Shakespeare beautifully and most appropriately reproduces this thought in the appeal to the Jew on the Christian principle of mercy, which ‘droppeth like the gentle rain from heaven.’ Merchant of Venice, Act. IV. sc. 1. Comp. also Seneca, de Ben. I. 1. 9, Quam multi indigni luce sunt et tamen dies oritur.

The illustration would be far more telling in a hot eastern climate than with us. In the Hindoo mythology two out of the three manifestations of deity are Sun and Rain. The thought of God as giver of rain and fruitful seasons is seized upon by St Paul as a conception common to Jew and Gentile on which to found his argument at Lystra. Acts 14:17.

βρέχει, used in this sense in the older Greek poets: βρέχε χρυσέαις νιφάδεσσιν (Pindar), afterwards it passed into the vernacular, but reappears in Polybius, it is frequent in the LXX., and in modern Greek the usual phrases are βρέχει, ‘it is raining,’ θὰ βρέξῃ, ‘it is going to rain.’


Verse 46

46. οἱ τελῶναι, tax-gatherers; not collectors of a regular tax fixed by government, as with us, but men who farmed or contracted for the publicum (state revenue), hence called Publicani. At Rome the equestrian order enjoyed almost exclusively the lucrative privilege of farming the state revenues.

The publicans of the N.T. however are a lower class of tax-gatherers, (exactores), to whom the contractors sublet the collection of taxes. These men repaid themselves by cruel and oppressive exactions. Only the least patriotic and most degraded of the population undertook these functions which naturally rendered them odious to their fellow-citizens.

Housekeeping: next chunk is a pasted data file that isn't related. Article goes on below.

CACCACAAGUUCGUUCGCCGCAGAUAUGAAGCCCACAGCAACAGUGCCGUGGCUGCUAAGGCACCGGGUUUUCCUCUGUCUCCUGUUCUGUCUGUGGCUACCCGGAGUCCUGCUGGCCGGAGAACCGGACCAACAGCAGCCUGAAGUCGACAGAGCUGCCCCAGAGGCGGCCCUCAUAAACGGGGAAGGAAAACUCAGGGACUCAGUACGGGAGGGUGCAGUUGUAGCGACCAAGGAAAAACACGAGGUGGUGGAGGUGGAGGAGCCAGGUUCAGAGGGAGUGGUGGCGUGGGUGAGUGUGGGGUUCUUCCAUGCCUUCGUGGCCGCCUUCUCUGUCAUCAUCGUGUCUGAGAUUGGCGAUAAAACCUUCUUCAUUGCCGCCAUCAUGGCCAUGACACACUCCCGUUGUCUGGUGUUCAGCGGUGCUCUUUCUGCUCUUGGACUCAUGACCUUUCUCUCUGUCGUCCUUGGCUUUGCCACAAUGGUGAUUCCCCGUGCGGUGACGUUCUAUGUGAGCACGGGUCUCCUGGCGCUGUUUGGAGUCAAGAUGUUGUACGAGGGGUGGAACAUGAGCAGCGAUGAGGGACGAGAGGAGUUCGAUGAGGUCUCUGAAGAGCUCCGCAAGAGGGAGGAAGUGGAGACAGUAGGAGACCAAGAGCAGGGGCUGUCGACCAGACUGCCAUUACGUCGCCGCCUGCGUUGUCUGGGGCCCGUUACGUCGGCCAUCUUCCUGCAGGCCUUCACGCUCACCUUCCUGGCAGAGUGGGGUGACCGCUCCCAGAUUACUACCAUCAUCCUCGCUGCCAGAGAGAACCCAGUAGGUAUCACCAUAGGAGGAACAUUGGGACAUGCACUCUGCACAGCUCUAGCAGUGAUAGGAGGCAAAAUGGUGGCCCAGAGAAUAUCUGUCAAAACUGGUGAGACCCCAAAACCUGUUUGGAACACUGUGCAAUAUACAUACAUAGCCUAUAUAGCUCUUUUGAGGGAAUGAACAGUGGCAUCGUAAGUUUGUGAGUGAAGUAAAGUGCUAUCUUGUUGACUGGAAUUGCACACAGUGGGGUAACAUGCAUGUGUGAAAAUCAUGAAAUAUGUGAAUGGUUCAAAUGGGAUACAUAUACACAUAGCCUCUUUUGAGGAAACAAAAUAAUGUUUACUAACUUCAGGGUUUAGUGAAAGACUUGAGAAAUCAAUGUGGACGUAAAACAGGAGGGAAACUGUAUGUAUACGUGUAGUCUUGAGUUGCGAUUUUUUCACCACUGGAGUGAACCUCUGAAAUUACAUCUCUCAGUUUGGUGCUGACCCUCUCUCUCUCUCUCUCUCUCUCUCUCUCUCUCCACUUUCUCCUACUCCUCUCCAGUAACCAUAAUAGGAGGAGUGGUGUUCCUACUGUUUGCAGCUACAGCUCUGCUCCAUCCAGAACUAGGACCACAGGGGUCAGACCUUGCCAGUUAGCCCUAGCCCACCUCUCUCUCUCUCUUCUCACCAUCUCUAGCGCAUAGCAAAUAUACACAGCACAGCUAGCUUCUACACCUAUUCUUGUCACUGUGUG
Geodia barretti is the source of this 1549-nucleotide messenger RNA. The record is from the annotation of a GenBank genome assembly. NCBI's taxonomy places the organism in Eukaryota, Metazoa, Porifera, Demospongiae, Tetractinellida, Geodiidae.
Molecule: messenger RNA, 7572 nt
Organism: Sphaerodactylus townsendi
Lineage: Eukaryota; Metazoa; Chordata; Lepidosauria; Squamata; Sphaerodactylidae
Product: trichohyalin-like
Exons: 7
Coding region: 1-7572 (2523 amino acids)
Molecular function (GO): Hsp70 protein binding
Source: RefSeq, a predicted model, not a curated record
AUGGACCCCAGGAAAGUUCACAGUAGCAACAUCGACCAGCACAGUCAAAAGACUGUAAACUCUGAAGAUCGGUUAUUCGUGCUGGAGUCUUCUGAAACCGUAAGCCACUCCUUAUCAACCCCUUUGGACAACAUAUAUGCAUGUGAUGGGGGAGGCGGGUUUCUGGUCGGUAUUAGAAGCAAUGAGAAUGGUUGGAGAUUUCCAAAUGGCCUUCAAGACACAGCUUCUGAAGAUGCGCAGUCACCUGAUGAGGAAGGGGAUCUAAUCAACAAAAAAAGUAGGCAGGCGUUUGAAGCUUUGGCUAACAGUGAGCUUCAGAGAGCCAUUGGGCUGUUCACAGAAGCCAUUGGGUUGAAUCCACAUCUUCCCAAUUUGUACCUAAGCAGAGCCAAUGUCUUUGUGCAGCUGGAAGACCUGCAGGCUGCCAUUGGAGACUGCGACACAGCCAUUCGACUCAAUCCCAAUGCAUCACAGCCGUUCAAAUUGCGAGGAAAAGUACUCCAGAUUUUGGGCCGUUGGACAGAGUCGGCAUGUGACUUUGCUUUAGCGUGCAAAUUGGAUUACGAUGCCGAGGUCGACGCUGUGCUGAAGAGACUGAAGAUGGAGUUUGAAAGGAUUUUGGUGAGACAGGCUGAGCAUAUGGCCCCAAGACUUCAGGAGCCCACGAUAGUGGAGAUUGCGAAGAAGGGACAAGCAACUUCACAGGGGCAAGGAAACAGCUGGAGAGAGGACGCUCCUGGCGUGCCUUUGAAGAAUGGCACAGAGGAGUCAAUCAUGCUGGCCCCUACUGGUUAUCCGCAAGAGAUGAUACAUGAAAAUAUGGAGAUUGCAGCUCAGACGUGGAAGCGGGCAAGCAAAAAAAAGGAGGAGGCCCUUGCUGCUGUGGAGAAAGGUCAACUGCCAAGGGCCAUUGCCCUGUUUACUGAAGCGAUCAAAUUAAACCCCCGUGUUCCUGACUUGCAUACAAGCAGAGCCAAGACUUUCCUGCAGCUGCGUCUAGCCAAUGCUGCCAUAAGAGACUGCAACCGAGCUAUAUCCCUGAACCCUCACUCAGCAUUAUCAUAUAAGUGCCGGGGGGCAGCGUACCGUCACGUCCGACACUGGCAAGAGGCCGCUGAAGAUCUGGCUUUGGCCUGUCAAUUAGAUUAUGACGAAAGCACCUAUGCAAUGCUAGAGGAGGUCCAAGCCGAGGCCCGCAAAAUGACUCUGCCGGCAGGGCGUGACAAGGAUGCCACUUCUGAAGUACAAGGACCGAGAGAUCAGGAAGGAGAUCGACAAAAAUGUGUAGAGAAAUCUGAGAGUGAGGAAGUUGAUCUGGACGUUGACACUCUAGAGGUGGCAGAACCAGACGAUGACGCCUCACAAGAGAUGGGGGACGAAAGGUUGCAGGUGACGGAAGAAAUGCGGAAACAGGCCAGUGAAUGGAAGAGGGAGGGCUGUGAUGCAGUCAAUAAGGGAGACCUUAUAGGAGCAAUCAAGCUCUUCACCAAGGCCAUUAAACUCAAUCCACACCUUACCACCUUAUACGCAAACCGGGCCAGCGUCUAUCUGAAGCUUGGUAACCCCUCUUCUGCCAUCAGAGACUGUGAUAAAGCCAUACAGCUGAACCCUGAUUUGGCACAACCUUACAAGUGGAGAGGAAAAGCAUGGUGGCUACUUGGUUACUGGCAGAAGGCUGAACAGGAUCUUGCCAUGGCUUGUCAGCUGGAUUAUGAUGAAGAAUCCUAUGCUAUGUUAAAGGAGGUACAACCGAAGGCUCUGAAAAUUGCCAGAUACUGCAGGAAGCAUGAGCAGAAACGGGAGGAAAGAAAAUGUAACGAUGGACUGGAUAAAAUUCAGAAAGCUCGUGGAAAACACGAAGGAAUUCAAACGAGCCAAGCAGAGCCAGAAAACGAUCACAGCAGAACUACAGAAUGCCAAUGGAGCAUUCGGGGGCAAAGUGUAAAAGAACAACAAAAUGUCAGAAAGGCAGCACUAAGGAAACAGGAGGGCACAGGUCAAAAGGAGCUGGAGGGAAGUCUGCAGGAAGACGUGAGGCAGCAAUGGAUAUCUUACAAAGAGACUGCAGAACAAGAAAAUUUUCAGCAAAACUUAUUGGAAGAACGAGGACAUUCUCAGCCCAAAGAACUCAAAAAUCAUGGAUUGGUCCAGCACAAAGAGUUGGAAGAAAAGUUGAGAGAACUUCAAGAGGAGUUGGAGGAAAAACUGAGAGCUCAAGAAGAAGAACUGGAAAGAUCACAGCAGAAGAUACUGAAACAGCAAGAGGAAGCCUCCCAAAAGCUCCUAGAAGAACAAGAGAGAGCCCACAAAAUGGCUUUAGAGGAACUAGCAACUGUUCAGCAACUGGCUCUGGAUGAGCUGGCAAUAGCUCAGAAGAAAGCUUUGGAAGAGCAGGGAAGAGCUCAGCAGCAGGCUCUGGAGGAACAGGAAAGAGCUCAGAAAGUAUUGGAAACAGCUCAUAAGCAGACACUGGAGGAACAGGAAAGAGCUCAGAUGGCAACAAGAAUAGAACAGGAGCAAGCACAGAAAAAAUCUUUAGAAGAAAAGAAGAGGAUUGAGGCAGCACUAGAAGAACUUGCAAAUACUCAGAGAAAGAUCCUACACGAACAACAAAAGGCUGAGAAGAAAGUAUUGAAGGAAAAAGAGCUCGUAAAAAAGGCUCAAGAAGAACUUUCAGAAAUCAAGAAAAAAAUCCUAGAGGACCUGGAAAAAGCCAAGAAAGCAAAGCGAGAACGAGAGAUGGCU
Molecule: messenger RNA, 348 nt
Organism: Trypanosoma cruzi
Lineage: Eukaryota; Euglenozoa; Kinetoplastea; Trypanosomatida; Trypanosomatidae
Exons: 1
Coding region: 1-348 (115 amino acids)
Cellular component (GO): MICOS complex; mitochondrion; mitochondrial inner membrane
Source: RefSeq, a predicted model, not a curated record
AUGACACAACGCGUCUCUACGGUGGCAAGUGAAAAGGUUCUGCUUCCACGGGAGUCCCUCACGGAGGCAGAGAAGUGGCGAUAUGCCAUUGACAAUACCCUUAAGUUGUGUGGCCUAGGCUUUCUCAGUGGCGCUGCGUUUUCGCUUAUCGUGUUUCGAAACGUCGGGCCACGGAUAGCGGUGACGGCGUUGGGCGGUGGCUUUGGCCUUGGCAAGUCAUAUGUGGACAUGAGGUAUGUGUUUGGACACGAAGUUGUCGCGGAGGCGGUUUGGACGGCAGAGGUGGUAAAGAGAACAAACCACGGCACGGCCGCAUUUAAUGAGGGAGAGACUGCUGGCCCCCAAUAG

It is this system pursued in the Turkish Empire that produces much frightful misery and illegal oppression.


Verse 47

47. τοὐς ἀδελφοὺς ὑμῶν μόνον. See Matthew 5:43. The Hebrew salutation was Shalom (peace).


Verse 48

48. ἔσεσθε τέλειοι. Lit. ‘ye shall be perfect.’ Either [1] in reference to a future state, ‘if ye have this true love or charity ye shall be perfect hereafter’; or [2] the future has an imperative force, and τέλειοι is limited by the preceding words = perfect in respect of love, i.e. ‘love your enemies as well as your neighbours,’ because your Father being perfect in respect of love does this. This use of the future is in accordance with the Hebrew idiom.

 


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Bibliography Information
"Commentary on Matthew 5:4". "Cambridge Greek Testament for Schools and Colleges". https://www.studylight.org/commentaries/cgt/matthew-5.html. 1896.

Lectionary Calendar
Saturday, November 16th, 2019
the Week of Proper 27 / Ordinary 32